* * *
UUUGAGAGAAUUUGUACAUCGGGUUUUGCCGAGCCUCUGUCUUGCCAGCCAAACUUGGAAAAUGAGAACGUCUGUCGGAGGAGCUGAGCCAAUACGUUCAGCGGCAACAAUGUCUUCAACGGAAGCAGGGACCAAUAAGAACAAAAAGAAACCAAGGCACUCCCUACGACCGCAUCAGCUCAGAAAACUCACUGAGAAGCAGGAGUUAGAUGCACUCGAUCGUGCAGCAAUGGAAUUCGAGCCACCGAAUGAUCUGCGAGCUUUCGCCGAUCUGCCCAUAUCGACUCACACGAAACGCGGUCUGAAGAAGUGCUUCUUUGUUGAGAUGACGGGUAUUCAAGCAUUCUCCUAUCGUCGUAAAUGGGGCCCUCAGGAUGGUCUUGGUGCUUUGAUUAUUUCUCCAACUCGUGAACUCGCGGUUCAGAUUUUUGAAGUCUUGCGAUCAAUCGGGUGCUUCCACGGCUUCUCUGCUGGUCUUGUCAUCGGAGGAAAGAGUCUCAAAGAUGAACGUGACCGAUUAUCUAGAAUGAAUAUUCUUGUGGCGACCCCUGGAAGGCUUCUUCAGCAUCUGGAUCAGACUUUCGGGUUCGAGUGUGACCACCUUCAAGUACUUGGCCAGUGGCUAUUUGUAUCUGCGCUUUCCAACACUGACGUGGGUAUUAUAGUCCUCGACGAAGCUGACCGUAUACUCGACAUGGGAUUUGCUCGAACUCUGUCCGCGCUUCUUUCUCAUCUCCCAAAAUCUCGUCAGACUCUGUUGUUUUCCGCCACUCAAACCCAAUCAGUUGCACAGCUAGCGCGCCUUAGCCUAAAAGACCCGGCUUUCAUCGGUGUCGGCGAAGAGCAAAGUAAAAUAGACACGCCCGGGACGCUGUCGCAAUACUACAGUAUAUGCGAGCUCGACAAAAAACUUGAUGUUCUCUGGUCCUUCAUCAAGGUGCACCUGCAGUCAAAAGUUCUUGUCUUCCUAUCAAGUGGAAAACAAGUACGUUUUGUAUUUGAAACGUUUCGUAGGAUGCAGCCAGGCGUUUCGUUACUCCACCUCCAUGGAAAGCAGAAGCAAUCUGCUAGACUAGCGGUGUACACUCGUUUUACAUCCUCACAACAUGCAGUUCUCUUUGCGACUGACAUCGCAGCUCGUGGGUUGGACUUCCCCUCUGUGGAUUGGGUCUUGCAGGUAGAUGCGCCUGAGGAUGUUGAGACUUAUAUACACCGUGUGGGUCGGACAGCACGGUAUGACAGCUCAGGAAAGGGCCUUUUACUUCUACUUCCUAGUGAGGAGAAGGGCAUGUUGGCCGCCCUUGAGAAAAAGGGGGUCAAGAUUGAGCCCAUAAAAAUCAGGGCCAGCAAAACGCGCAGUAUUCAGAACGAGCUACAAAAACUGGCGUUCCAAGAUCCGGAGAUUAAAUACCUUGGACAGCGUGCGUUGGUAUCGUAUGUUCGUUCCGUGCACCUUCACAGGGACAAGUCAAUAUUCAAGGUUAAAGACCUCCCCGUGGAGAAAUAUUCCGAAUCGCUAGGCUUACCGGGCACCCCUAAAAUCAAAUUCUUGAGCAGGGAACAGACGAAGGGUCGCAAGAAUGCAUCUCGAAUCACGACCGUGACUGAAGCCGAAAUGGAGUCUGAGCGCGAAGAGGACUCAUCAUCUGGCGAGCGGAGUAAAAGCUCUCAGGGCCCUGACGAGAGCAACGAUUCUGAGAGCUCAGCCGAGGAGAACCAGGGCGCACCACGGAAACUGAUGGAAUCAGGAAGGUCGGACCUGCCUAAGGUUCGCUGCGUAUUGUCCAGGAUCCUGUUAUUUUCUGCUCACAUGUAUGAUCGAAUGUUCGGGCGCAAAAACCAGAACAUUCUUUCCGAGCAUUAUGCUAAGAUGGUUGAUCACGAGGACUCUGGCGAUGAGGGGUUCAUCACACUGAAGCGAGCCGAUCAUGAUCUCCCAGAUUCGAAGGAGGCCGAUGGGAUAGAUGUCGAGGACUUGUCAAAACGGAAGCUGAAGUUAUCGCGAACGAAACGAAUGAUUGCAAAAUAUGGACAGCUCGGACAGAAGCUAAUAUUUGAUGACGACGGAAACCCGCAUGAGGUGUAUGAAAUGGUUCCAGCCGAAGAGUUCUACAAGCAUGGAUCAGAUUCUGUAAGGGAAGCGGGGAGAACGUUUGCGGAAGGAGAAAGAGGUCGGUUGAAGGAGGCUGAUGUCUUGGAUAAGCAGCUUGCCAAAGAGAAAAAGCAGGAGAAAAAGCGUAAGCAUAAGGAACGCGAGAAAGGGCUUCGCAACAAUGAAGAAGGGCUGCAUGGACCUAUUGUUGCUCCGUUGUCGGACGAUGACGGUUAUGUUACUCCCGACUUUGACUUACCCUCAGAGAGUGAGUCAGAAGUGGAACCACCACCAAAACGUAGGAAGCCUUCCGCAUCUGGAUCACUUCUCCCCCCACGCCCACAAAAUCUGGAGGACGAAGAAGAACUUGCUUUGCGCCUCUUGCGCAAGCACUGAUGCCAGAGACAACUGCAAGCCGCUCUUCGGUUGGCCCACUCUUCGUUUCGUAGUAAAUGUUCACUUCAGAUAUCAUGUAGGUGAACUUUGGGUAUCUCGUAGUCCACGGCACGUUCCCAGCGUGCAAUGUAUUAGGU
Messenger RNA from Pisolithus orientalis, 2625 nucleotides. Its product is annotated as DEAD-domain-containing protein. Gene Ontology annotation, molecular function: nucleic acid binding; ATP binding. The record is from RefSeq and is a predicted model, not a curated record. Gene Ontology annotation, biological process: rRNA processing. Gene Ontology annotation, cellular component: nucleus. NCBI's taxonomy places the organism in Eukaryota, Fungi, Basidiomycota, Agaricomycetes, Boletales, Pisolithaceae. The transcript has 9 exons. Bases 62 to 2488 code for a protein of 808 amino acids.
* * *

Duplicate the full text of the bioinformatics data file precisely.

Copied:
UUUGAGAGAAUUUGUACAUCGGGUUUUGCCGAGCCUCUGUCUUGCCAGCCAAACUUGGAAAAUGAGAACGUCUGUCGGAGGAGCUGAGCCAAUACGUUCAGCGGCAACAAUGUCUUCAACGGAAGCAGGGACCAAUAAGAACAAAAAGAAACCAAGGCACUCCCUACGACCGCAUCAGCUCAGAAAACUCACUGAGAAGCAGGAGUUAGAUGCACUCGAUCGUGCAGCAAUGGAAUUCGAGCCACCGAAUGAUCUGCGAGCUUUCGCCGAUCUGCCCAUAUCGACUCACACGAAACGCGGUCUGAAGAAGUGCUUCUUUGUUGAGAUGACGGGUAUUCAAGCAUUCUCCUAUCGUCGUAAAUGGGGCCCUCAGGAUGGUCUUGGUGCUUUGAUUAUUUCUCCAACUCGUGAACUCGCGGUUCAGAUUUUUGAAGUCUUGCGAUCAAUCGGGUGCUUCCACGGCUUCUCUGCUGGUCUUGUCAUCGGAGGAAAGAGUCUCAAAGAUGAACGUGACCGAUUAUCUAGAAUGAAUAUUCUUGUGGCGACCCCUGGAAGGCUUCUUCAGCAUCUGGAUCAGACUUUCGGGUUCGAGUGUGACCACCUUCAAGUACUUGGCCAGUGGCUAUUUGUAUCUGCGCUUUCCAACACUGACGUGGGUAUUAUAGUCCUCGACGAAGCUGACCGUAUACUCGACAUGGGAUUUGCUCGAACUCUGUCCGCGCUUCUUUCUCAUCUCCCAAAAUCUCGUCAGACUCUGUUGUUUUCCGCCACUCAAACCCAAUCAGUUGCACAGCUAGCGCGCCUUAGCCUAAAAGACCCGGCUUUCAUCGGUGUCGGCGAAGAGCAAAGUAAAAUAGACACGCCCGGGACGCUGUCGCAAUACUACAGUAUAUGCGAGCUCGACAAAAAACUUGAUGUUCUCUGGUCCUUCAUCAAGGUGCACCUGCAGUCAAAAGUUCUUGUCUUCCUAUCAAGUGGAAAACAAGUACGUUUUGUAUUUGAAACGUUUCGUAGGAUGCAGCCAGGCGUUUCGUUACUCCACCUCCAUGGAAAGCAGAAGCAAUCUGCUAGACUAGCGGUGUACACUCGUUUUACAUCCUCACAACAUGCAGUUCUCUUUGCGACUGACAUCGCAGCUCGUGGGUUGGACUUCCCCUCUGUGGAUUGGGUCUUGCAGGUAGAUGCGCCUGAGGAUGUUGAGACUUAUAUACACCGUGUGGGUCGGACAGCACGGUAUGACAGCUCAGGAAAGGGCCUUUUACUUCUACUUCCUAGUGAGGAGAAGGGCAUGUUGGCCGCCCUUGAGAAAAAGGGGGUCAAGAUUGAGCCCAUAAAAAUCAGGGCCAGCAAAACGCGCAGUAUUCAGAACGAGCUACAAAAACUGGCGUUCCAAGAUCCGGAGAUUAAAUACCUUGGACAGCGUGCGUUGGUAUCGUAUGUUCGUUCCGUGCACCUUCACAGGGACAAGUCAAUAUUCAAGGUUAAAGACCUCCCCGUGGAGAAAUAUUCCGAAUCGCUAGGCUUACCGGGCACCCCUAAAAUCAAAUUCUUGAGCAGGGAACAGACGAAGGGUCGCAAGAAUGCAUCUCGAAUCACGACCGUGACUGAAGCCGAAAUGGAGUCUGAGCGCGAAGAGGACUCAUCAUCUGGCGAGCGGAGUAAAAGCUCUCAGGGCCCUGACGAGAGCAACGAUUCUGAGAGCUCAGCCGAGGAGAACCAGGGCGCACCACGGAAACUGAUGGAAUCAGGAAGGUCGGACCUGCCUAAGGUUCGCUGCGUAUUGUCCAGGAUCCUGUUAUUUUCUGCUCACAUGUAUGAUCGAAUGUUCGGGCGCAAAAACCAGAACAUUCUUUCCGAGCAUUAUGCUAAGAUGGUUGAUCACGAGGACUCUGGCGAUGAGGGGUUCAUCACACUGAAGCGAGCCGAUCAUGAUCUCCCAGAUUCGAAGGAGGCCGAUGGGAUAGAUGUCGAGGACUUGUCAAAACGGAAGCUGAAGUUAUCGCGAACGAAACGAAUGAUUGCAAAAUAUGGACAGCUCGGACAGAAGCUAAUAUUUGAUGACGACGGAAACCCGCAUGAGGUGUAUGAAAUGGUUCCAGCCGAAGAGUUCUACAAGCAUGGAUCAGAUUCUGUAAGGGAAGCGGGGAGAACGUUUGCGGAAGGAGAAAGAGGUCGGUUGAAGGAGGCUGAUGUCUUGGAUAAGCAGCUUGCCAAAGAGAAAAAGCAGGAGAAAAAGCGUAAGCAUAAGGAACGCGAGAAAGGGCUUCGCAACAAUGAAGAAGGGCUGCAUGGACCUAUUGUUGCUCCGUUGUCGGACGAUGACGGUUAUGUUACUCCCGACUUUGACUUACCCUCAGAGAGUGAGUCAGAAGUGGAACCACCACCAAAACGUAGGAAGCCUUCCGCAUCUGGAUCACUUCUCCCCCCACGCCCACAAAAUCUGGAGGACGAAGAAGAACUUGCUUUGCGCCUCUUGCGCAAGCACUGAUGCCAGAGACAACUGCAAGCCGCUCUUCGGUUGGCCCACUCUUCGUUUCGUAGUAAAUGUUCACUUCAGAUAUCAUGUAGGUGAACUUUGGGUAUCUCGUAGUCCACGGCACGUUCCCAGCGUGCAAUGUAUUAGGU
Messenger RNA from Pisolithus orientalis, 2625 nucleotides. Its product is annotated as DEAD-domain-containing protein. Gene Ontology annotation, molecular function: nucleic acid binding; ATP binding. The record is from RefSeq and is a predicted model, not a curated record. Gene Ontology annotation, biological process: rRNA processing. Gene Ontology annotation, cellular component: nucleus. NCBI's taxonomy places the organism in Eukaryota, Fungi, Basidiomycota, Agaricomycetes, Boletales, Pisolithaceae. The transcript has 9 exons. Bases 62 to 2488 code for a protein of 808 amino acids.